BANGALORE, India -- India's software industry expressed relief over the re-election of President George W. Bush, saying it lessened the likelihood of U.S. restrictions on the outsourcing of U.S. technology projects to India.
Industry groups here were nervous about presidential candidate Sen. John Kerry's policies on outsourcing. While Kerry clarified his stance during the campaign, companies here nevertheless expressed relief over Bush's second term.
Reflecting that relief, the National Association of Software and Service Companies (Nasscom) said: "The Indian IT industry welcomes the re-election of George W. Bush. The U.S. is a powerhouse of the global economy and the Indian IT industry is delighted in being a partner to U.S. corporations, helping to make them more competitive," said Nasscom President Kiran Karnik.
Nasscom estimates that Indian software exports to the U.S. account for 68 percent of India's total and have been growing at around 30 percent annually. "We are confident that with George Bush getting re-elected, the growth momentum will continue," Karnik said.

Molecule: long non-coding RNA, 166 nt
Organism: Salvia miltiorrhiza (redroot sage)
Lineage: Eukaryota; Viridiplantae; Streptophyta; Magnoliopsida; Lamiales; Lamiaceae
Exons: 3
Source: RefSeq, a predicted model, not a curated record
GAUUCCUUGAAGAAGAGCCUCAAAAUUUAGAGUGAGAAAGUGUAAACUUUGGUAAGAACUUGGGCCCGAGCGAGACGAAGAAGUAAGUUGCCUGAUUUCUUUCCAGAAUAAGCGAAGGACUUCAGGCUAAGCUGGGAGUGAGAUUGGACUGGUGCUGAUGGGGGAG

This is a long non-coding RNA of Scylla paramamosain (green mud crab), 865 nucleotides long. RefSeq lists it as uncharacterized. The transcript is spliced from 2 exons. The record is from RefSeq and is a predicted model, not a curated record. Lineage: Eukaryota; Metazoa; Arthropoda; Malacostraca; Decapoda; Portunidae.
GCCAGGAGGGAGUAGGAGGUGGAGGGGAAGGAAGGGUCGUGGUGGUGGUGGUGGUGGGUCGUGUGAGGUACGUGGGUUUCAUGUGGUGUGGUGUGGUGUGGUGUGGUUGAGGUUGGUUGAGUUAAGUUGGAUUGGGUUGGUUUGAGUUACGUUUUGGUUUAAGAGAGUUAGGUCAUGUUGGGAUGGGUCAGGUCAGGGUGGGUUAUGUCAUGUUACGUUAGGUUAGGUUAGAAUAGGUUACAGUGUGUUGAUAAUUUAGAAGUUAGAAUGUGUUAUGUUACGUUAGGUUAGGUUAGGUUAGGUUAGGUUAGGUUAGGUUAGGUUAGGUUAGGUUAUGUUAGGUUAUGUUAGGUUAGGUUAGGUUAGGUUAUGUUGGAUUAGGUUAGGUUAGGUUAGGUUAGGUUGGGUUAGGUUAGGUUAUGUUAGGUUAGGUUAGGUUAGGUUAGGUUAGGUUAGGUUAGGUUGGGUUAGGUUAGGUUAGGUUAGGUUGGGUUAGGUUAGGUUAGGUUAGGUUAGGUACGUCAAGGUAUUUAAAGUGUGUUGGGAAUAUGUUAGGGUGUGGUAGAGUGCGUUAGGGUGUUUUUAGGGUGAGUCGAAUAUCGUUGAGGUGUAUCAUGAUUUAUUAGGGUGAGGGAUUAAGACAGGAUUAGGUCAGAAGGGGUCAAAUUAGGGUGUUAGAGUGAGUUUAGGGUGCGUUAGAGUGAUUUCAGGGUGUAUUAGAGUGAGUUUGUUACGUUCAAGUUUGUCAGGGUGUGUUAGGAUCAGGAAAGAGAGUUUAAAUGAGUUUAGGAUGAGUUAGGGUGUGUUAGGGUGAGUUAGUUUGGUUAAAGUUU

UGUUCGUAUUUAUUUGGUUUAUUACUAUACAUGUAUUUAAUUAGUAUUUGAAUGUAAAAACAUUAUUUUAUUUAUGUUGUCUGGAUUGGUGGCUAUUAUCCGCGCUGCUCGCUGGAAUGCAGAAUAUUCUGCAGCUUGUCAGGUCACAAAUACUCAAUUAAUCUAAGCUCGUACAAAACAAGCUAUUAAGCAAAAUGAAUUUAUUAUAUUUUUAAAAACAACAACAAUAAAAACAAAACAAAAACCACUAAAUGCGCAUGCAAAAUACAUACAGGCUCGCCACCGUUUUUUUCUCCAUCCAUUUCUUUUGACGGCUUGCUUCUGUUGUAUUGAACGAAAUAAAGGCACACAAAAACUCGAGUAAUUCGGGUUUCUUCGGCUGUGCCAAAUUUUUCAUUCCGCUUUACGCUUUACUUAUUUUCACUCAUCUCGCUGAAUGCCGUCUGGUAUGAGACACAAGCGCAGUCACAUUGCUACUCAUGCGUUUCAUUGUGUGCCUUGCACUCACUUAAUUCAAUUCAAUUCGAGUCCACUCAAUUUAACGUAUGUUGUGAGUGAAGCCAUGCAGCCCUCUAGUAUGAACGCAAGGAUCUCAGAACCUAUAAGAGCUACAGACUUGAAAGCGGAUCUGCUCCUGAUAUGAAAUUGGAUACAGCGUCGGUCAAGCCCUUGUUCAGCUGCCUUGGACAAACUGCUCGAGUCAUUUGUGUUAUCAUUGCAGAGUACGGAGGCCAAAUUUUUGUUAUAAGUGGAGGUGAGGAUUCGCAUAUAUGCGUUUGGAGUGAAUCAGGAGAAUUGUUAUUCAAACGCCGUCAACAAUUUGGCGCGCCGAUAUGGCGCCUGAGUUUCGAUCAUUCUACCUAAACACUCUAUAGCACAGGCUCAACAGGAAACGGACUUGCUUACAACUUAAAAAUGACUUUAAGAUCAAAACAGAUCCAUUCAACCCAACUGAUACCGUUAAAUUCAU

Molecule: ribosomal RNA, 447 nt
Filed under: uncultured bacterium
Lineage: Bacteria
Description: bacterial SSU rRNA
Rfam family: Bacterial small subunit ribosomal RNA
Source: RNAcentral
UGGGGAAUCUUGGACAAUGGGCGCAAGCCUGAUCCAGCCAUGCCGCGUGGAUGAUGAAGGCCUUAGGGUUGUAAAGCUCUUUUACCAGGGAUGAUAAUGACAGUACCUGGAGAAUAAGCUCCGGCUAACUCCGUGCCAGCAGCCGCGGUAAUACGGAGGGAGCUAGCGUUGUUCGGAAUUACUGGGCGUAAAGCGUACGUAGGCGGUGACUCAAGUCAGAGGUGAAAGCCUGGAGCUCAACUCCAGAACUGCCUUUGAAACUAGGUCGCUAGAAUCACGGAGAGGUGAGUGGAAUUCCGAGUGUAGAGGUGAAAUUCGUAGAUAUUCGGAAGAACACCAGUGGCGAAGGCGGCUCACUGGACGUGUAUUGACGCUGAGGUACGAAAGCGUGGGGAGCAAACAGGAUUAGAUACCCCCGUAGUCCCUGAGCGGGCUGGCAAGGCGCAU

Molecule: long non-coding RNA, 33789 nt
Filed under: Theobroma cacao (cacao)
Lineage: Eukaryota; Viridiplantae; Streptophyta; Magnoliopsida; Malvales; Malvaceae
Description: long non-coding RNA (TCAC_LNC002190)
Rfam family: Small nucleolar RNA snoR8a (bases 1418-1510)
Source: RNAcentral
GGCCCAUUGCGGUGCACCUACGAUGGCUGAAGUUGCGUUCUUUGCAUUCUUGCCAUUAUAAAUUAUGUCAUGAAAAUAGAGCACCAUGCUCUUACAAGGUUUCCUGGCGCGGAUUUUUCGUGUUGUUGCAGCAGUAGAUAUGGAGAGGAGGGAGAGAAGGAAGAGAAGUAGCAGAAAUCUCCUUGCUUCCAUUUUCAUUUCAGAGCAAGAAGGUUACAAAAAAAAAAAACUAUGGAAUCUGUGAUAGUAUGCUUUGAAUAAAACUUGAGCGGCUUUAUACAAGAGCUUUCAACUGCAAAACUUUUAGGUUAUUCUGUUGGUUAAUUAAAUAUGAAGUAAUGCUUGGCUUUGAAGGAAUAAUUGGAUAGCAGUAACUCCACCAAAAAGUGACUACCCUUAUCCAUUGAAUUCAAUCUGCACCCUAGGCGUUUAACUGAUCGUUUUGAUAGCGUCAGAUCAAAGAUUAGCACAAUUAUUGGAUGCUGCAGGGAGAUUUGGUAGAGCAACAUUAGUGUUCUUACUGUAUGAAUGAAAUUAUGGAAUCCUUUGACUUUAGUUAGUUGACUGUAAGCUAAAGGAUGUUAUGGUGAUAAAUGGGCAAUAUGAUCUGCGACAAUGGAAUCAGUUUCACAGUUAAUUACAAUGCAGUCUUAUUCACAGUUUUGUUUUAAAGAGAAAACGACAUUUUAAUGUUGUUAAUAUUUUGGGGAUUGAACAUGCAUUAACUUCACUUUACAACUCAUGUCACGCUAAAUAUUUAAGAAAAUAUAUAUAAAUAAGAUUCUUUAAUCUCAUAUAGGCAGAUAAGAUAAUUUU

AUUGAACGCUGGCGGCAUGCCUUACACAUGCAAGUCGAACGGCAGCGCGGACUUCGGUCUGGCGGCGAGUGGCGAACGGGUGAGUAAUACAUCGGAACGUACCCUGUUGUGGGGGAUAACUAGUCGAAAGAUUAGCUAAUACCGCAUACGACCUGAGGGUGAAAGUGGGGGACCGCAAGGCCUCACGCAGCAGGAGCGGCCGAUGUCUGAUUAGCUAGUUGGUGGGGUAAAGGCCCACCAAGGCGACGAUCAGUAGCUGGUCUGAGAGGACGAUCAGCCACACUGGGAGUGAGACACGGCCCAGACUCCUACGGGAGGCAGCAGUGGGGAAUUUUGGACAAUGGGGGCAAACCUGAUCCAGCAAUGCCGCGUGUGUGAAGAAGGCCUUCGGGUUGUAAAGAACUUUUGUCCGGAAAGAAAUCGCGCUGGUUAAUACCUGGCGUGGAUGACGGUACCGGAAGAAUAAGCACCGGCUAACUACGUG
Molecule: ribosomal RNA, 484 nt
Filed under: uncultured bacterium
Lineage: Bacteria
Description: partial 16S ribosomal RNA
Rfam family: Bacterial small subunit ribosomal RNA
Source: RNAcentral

The group cited U.S. industry studies concluding that offshoring to India has resulted in only minimal job losses. U.S. engineering groups hotly contest those conclusions, arguing instead that U.S. companies are tapping into cheap Indian labor to improve their bottom lines.
Nasscom said it also hoped the Bush administration would eliminate restrictions on work visas "so that there is unhindered movement of professionals, who play a key role in contributing to the growth and development of the U.S. economy."
Shares of the Indian major software companies such as Infosys and Wipro opened higher on Thursday (Nov. 4), reflecting the optimism the Bush re-election has generated in the country's software exports services industry.